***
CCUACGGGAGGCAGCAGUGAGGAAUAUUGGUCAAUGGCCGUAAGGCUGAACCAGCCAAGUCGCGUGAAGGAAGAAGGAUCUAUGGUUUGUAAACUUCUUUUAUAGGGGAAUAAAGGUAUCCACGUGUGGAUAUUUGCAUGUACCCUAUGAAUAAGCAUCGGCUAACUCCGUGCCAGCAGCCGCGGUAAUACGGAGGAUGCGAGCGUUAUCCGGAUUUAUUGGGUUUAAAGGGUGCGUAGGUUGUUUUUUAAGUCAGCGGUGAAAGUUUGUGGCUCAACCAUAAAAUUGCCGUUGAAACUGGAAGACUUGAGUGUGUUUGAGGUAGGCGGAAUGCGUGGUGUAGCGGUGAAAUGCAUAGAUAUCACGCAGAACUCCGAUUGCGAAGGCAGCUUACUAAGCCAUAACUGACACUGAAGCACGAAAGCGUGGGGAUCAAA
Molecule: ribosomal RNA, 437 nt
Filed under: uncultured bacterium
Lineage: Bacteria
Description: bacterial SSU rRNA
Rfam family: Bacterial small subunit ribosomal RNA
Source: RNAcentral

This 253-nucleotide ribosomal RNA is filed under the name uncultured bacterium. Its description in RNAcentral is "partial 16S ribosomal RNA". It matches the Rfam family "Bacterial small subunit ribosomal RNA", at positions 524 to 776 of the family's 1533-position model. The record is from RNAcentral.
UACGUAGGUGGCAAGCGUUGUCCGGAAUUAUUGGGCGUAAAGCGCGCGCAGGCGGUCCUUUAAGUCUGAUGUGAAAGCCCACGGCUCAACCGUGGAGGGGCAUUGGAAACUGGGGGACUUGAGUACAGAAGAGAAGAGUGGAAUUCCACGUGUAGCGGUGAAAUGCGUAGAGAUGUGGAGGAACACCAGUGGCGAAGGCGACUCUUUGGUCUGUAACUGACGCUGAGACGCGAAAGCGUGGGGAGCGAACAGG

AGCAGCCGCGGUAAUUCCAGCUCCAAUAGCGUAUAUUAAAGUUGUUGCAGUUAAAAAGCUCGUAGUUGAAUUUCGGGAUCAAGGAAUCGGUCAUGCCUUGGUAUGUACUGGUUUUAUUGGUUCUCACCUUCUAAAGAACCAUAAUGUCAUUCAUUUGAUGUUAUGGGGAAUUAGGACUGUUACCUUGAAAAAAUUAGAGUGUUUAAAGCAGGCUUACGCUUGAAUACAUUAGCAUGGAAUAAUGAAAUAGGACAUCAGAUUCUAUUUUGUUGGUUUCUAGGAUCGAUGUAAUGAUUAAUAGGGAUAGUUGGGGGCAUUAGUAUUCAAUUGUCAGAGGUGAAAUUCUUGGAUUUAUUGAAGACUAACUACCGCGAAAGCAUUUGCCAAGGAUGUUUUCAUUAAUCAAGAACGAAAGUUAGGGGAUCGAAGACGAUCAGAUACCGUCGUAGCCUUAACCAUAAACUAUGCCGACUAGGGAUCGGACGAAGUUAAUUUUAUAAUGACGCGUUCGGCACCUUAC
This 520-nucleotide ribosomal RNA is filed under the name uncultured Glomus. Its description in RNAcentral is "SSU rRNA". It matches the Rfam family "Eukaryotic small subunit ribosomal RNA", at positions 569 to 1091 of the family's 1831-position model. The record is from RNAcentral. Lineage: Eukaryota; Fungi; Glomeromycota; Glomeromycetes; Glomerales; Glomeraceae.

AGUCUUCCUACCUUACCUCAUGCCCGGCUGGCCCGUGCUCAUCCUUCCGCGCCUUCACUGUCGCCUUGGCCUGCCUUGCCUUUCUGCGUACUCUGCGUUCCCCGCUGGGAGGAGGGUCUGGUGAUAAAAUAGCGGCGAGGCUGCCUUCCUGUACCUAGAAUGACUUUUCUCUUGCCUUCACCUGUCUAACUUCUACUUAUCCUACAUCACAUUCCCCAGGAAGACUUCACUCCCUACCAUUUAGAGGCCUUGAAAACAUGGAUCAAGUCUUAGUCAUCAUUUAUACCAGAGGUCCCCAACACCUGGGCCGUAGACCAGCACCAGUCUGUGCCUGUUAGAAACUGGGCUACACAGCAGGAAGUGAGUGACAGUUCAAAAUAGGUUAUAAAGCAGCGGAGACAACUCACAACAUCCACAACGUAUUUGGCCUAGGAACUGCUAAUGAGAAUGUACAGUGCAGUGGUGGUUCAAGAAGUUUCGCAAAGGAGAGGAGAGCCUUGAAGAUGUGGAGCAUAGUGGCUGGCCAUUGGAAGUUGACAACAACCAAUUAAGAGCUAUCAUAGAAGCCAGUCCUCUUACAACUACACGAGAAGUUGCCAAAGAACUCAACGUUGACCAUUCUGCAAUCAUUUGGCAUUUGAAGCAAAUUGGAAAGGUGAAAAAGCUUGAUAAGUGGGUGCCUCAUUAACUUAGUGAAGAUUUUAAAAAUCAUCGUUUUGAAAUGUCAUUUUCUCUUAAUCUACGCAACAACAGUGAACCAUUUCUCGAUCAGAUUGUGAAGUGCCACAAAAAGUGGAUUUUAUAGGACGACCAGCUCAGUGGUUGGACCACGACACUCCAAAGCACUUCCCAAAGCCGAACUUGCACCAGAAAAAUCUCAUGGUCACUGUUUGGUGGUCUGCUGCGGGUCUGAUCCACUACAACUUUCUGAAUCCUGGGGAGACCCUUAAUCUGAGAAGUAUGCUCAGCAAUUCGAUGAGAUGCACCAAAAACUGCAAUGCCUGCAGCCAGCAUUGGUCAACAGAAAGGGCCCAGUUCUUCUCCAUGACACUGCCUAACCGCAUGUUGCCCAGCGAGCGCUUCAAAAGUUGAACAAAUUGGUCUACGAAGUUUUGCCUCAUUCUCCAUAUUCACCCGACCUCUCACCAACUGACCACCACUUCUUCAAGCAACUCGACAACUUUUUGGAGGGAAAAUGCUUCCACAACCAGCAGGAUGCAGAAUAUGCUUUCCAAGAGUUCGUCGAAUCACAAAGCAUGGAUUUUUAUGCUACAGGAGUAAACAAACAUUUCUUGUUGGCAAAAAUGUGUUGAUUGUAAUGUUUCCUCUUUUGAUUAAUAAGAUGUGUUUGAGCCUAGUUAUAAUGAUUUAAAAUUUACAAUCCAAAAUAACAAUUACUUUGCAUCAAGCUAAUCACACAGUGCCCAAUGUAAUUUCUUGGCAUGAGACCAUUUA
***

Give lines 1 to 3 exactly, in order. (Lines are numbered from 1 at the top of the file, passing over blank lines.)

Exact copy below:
CCUACGGGAGGCAGCAGUGAGGAAUAUUGGUCAAUGGCCGUAAGGCUGAACCAGCCAAGUCGCGUGAAGGAAGAAGGAUCUAUGGUUUGUAAACUUCUUUUAUAGGGGAAUAAAGGUAUCCACGUGUGGAUAUUUGCAUGUACCCUAUGAAUAAGCAUCGGCUAACUCCGUGCCAGCAGCCGCGGUAAUACGGAGGAUGCGAGCGUUAUCCGGAUUUAUUGGGUUUAAAGGGUGCGUAGGUUGUUUUUUAAGUCAGCGGUGAAAGUUUGUGGCUCAACCAUAAAAUUGCCGUUGAAACUGGAAGACUUGAGUGUGUUUGAGGUAGGCGGAAUGCGUGGUGUAGCGGUGAAAUGCAUAGAUAUCACGCAGAACUCCGAUUGCGAAGGCAGCUUACUAAGCCAUAACUGACACUGAAGCACGAAAGCGUGGGGAUCAAA
Molecule: ribosomal RNA, 437 nt
Filed under: uncultured bacterium